Newsletter 03/11

Democratic issues: the backdrop to the France-South Africa summit on 2nd and 3rd March in Paris

The two Heads of State, Nicolas Sarkozy and Jacob Zuma, met in Paris to address a full agenda. Reform of the international monetary system, regulation of raw materials prices and renewable energy were the main items. Closer cooperation on all these points was initiated.

The ever-present backdrop to the discussions, however, was the question of democratic governance as it affects a number of countries south of the Mediterranean, particularly in Tunisia and Egypt and, with the added threat of armed violence, in Libya.

Mayor of Paris Bertrand Delanoë, speaking at the Hôtel de Ville, recalled the example set by South Africa in setting up measures to support the transition to democracy.

Finally, the climate conference to be held in Durban, South Africa, in December 2011, in the wake of earlier events in Copenhagen (2009) and Rio (2010), will be a major challenge for both countries, which are committed to combating the social inequalities that aggravate the impacts of climate change.

Climate change to blame for dramatic flooding in France and South Africa

The February 2011 issue of Nature blames climate change caused by greenhouse gas emissions.

Human activity is thus singled out as the primary cause of catastrophes that cost the lives of dozens of victims in France in 2010, in the Vendée (in February) and in the Var (in June).

The heavy rains that hit South Africa in February 2011 left a death toll of over a hundred in their wake.

Unprecedented levels of rainfall affected the whole of Southern Africa.

The December 2010 issue of campaigning magazine Water Front had already shed light on the link between global warming and flooding caused by ocean surges or extreme rainfall.

Death of Kobus Pienaar, Regional Director of the Legal Resources Centre

Kobus Pienaar, who passed away on 4th February 2011, dedicated his legal skills to defending those dispossessed of their land by the apartheid laws.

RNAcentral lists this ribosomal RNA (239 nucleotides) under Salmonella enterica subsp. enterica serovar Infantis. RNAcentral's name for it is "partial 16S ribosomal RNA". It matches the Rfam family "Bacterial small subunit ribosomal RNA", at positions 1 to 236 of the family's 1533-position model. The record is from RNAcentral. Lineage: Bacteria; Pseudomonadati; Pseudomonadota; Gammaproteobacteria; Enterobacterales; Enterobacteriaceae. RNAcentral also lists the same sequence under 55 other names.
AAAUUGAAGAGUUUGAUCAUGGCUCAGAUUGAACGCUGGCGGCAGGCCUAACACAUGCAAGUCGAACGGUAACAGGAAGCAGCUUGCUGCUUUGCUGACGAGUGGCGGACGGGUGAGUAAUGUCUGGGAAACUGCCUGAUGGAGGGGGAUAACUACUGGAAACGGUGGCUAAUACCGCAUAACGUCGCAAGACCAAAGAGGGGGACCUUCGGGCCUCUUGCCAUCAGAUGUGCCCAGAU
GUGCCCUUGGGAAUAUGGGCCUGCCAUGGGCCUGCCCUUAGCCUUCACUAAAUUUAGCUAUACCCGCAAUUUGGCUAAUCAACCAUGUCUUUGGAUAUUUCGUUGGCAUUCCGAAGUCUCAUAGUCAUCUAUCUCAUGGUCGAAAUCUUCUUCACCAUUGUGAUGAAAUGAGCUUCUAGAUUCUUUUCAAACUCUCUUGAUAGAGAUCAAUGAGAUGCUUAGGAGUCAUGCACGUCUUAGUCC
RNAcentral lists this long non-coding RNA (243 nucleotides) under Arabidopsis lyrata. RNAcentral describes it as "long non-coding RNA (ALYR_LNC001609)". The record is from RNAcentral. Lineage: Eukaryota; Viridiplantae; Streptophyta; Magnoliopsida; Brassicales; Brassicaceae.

From 1994 onwards, he was able to rely on rights written into the constitution to uphold their defence.

He was unflagging in his efforts to achieve concrete results and brought honour to the action of the Legal Resources Centre as its Regional Director in Cape Town.

He was a passionate, talented and effective force in the new South Africa.

“Cinq ans avec Mandela” by Joëlle Bourgois, Éditions Laffont, April 2011

Madame Joëlle Bourgois, France's Ambassador to South Africa during the transition period (1991-1995) offers in this book a lively, first-hand account of the negotiations that led to the dismantling of the institutions of apartheid.

As a diplomat, she worked with Nelson Mandela and with the main leaders of the process of change in South Africa.

“Berlin 1885, la ruée sur l'Afrique” by Joël Calmettes (DVD Arte)

The excellent documentary by director Joël Calmettes, screened on TV channel Arte on 23rd February 2011 and now available on DVD, reveals the workings of the Berlin Conference of 1884-1885, during which the colonial powers divided up the continent of Africa among themselves.

The 1919 Paris Peace Conference that followed on from the First World War was subsequently to confirm the division of Africa into spheres of influence, taking no account of the right to self-determination it had itself enunciated but which it was to apply exclusively on behalf of newly created European nations.

Fishing in South Africa

Fishing is a key activity in South Africa, a country with a coastline that extends over 3,000 km from the Indian Ocean to the Atlantic, and from Namibia in the West to Mozambique in the East, and is home to an extraordinary diversity of marine life. Some 10,000 species of marine plants and animals have been identified in these waters, equivalent to 15% of the world's marine species. There are also numerous lakes and rivers, set in mountain landscapes that provide protection for wild species

While fishing plays an important role in South Africa, it still accounts for only 1% of GDP. The main catches are anchovy, sardine, hake, squid and Cape lobster, while line-fishing catches include tuna, snake mackerel and kingfish. Subsistence fishing remains widespread on the coast, while commercial fishing is expanding rapidly. Since 1994, fisheries have undergone a process of industrialisation and the sector is now dominated by a handful of companies that lead the market. Small-scale fishing is therefore in need of protection.

It is also worth noting that over 90% of the high value species caught (lobster, squid) are destined for export.

In order to avoid overfishing, the industry is subject to strict rules setting catch quotas, closed seasons and minimum size limits for fish and crustaceans.

Fishing also has to be reconciled with environmental protection. 23% of South Africa's coastline consists of protected marine reserves, of which 9% are totally protected, i.e. no fishing at all is permitted. The fishing industry also poses risks to protected migrant species such as whales, which regularly find themselves tangled in fishing nets. The subject is deeply rooted in South Africa's collective conscience; 2006 saw the founding of the South African Whale Disentanglement Network (SAWDN), a body of volunteers trained in rescuing whales. A successful rescue operation carried out on 5th January 2011 by SAWDN, with government help, received massive media coverage at the time.